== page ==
Programme course base

Each course in the programme provides training at novice and upgrading levels respectively. However, the flexibility exists to have courses conducted either at the RIIC site in Kanye or at a catchment location convenient to the trainees and sponsoring organizations.

The VSTP's objectives are:

- To increase rural productivity and incomes in both agricultural and nonagricultural sectors through the provision of training.

- To make rural areas more self-sufficient in both products and services.

- To upgrade skills of traditional artisans with the intention of increasing productivity and enhancing income generation capability.

- To provide training for beginners, to trainers or to people from other organizations or other developing countries.

- To assist programme graduates in overcoming operating constraints.
- To provide opportunities for programme graduates to be absorbed in the labour market.
- To ensure production of good quality goods that might otherwise be imported.
- To create linkages between graduates and the needs of their respective communities.

Notable achievements

The programme has increased its annual intake from 200 to 350 people for 1993/94 due to an increase in placement demand. RIIC will thus, continue to review its annual intake to determine subsequent action imposed by demand. Studies indicate that 60% of the total annual graduated artisans go directly into production, with continuing support from RIIC's extension team and collaborating agencies.

The remaining 40% of these graduates are known to have either branched off into formal sector employment, or used the artisan skill acquired as a stepping-stone for career advancement.

An autonomous; full-fledged business training component has also been introduced. It is designed to consolidate entrepreneurial acumen and rationalize progression by exposing the recipients to business management principles in order to better manage and run their businesses along contemporary management principles.

This course ha; been mounted for the first time in the programme with Bakery graduates during May /June of 1993. It is planned to maintain and extend the course to other VSTP components since it has provided incentives with long lasting impact on micro industrial capacity building in rural and pert-urban areas.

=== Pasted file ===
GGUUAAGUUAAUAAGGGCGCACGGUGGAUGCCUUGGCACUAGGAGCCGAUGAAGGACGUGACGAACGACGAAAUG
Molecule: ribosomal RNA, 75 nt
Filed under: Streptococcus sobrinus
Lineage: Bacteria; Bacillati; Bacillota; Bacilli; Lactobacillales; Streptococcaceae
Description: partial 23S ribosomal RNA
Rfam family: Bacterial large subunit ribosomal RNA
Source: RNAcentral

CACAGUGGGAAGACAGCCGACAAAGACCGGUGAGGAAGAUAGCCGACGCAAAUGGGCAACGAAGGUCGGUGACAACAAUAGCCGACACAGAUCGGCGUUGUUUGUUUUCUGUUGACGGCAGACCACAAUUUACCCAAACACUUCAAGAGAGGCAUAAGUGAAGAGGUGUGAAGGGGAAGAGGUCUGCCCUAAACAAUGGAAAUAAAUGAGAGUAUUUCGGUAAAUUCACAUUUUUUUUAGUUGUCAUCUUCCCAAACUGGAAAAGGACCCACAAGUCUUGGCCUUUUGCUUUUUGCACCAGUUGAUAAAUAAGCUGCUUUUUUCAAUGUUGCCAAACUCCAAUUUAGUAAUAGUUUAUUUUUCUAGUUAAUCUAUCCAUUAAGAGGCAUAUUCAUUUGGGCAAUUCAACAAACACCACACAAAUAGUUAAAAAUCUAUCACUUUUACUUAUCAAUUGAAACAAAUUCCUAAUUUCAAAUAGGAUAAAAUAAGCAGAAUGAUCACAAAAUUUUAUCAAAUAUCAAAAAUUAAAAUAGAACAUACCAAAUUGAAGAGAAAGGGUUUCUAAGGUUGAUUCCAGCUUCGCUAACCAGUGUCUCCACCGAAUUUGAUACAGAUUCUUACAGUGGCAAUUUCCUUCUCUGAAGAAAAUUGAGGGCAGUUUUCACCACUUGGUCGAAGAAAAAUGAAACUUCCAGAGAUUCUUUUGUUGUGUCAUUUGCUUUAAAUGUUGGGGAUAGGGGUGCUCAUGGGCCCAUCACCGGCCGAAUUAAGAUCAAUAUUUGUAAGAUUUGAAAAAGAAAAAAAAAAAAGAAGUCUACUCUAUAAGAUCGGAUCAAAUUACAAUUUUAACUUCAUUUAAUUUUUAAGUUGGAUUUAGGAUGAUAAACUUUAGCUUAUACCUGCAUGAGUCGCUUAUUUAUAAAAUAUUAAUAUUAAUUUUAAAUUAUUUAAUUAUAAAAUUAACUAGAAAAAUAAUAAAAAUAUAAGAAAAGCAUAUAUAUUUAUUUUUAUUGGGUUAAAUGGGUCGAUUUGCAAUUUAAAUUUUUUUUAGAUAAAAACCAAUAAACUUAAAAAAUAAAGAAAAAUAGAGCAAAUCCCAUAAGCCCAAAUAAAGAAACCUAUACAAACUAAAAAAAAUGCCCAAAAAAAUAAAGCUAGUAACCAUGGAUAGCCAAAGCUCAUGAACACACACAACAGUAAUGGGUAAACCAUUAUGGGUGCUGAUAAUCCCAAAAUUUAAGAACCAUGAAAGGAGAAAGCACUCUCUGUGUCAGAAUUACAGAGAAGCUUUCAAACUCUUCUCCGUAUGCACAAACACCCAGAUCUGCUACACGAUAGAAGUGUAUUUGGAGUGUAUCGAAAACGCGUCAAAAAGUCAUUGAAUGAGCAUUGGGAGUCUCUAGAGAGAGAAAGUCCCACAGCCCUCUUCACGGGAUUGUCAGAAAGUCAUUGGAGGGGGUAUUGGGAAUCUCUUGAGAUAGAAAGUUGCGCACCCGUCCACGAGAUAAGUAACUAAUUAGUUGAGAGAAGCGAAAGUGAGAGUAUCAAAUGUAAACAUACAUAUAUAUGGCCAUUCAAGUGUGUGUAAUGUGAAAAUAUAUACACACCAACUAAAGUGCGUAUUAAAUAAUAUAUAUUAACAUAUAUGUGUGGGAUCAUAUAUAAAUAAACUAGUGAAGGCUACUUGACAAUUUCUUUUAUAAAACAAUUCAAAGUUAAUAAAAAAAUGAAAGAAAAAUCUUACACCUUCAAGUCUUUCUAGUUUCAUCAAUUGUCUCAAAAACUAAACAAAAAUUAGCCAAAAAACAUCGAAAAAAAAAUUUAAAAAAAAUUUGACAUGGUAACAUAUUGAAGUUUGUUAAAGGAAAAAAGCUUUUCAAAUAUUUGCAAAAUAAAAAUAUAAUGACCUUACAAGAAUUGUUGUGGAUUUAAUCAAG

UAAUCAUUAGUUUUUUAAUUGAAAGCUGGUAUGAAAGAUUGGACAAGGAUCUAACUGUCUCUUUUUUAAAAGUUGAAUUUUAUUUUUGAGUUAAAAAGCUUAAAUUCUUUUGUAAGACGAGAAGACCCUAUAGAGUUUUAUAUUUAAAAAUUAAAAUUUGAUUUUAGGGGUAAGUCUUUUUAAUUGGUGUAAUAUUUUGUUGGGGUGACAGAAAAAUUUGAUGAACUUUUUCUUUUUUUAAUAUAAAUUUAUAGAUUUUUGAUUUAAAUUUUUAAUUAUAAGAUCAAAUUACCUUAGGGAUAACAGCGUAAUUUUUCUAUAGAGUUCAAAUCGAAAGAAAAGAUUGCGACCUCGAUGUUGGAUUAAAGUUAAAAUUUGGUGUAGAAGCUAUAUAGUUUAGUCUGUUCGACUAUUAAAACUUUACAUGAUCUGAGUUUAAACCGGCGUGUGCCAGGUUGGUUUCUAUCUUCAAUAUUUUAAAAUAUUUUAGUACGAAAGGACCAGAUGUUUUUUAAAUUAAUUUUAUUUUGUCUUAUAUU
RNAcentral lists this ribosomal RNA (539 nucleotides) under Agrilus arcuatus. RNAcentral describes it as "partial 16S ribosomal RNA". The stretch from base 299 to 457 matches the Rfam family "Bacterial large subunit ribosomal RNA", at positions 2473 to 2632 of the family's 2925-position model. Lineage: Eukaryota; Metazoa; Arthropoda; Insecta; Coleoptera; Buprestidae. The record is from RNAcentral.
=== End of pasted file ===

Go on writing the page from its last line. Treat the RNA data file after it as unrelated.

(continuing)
The RIIC Information Unit publishes a lo-annual newsletter in English followed by a Setswana transltion to keep the ax-trainees, sponsors and supportive grassroots organizations abreast of developments delivered through the programme.

The VSTP has six different components.

1. Baking Programme

Traditional baking in Botswana throughout history has been done over an open fire, with the result that a large amount of fuel wood was required to compensate for extra-heat loss into the open. However, with the growing public consciousness about environmental conservation, it has become evident that an optional baking mechanism that utilizes wood fuel conservatively is imperative. Consequently, RIIC has investigated efficient options and two devices were developed and actively disseminated.

The Rim oven is used for small scale bread baking. It is made from two truck wheel rims welded together. It stands on three legs and has a steel door on a hinge. Also, it has two shelves inside, on which baking pan sit. It is fired by wood. Mud bricks are used to enclose the oven and ultimately smoothed with damp mud. The strong materials used for constructing the oven make it fuel efficient. The oven can produce nine loaves of bread per batch.

Studies indicate that over 50 rim ovens have so tar been distributed and installed in rural areas, in response to the urgent demand for baked bread. With the progressive accumulation of proceeds from product sales, a medium-cum-large scale operation can be established, to maximize production capacity and enhance profitability.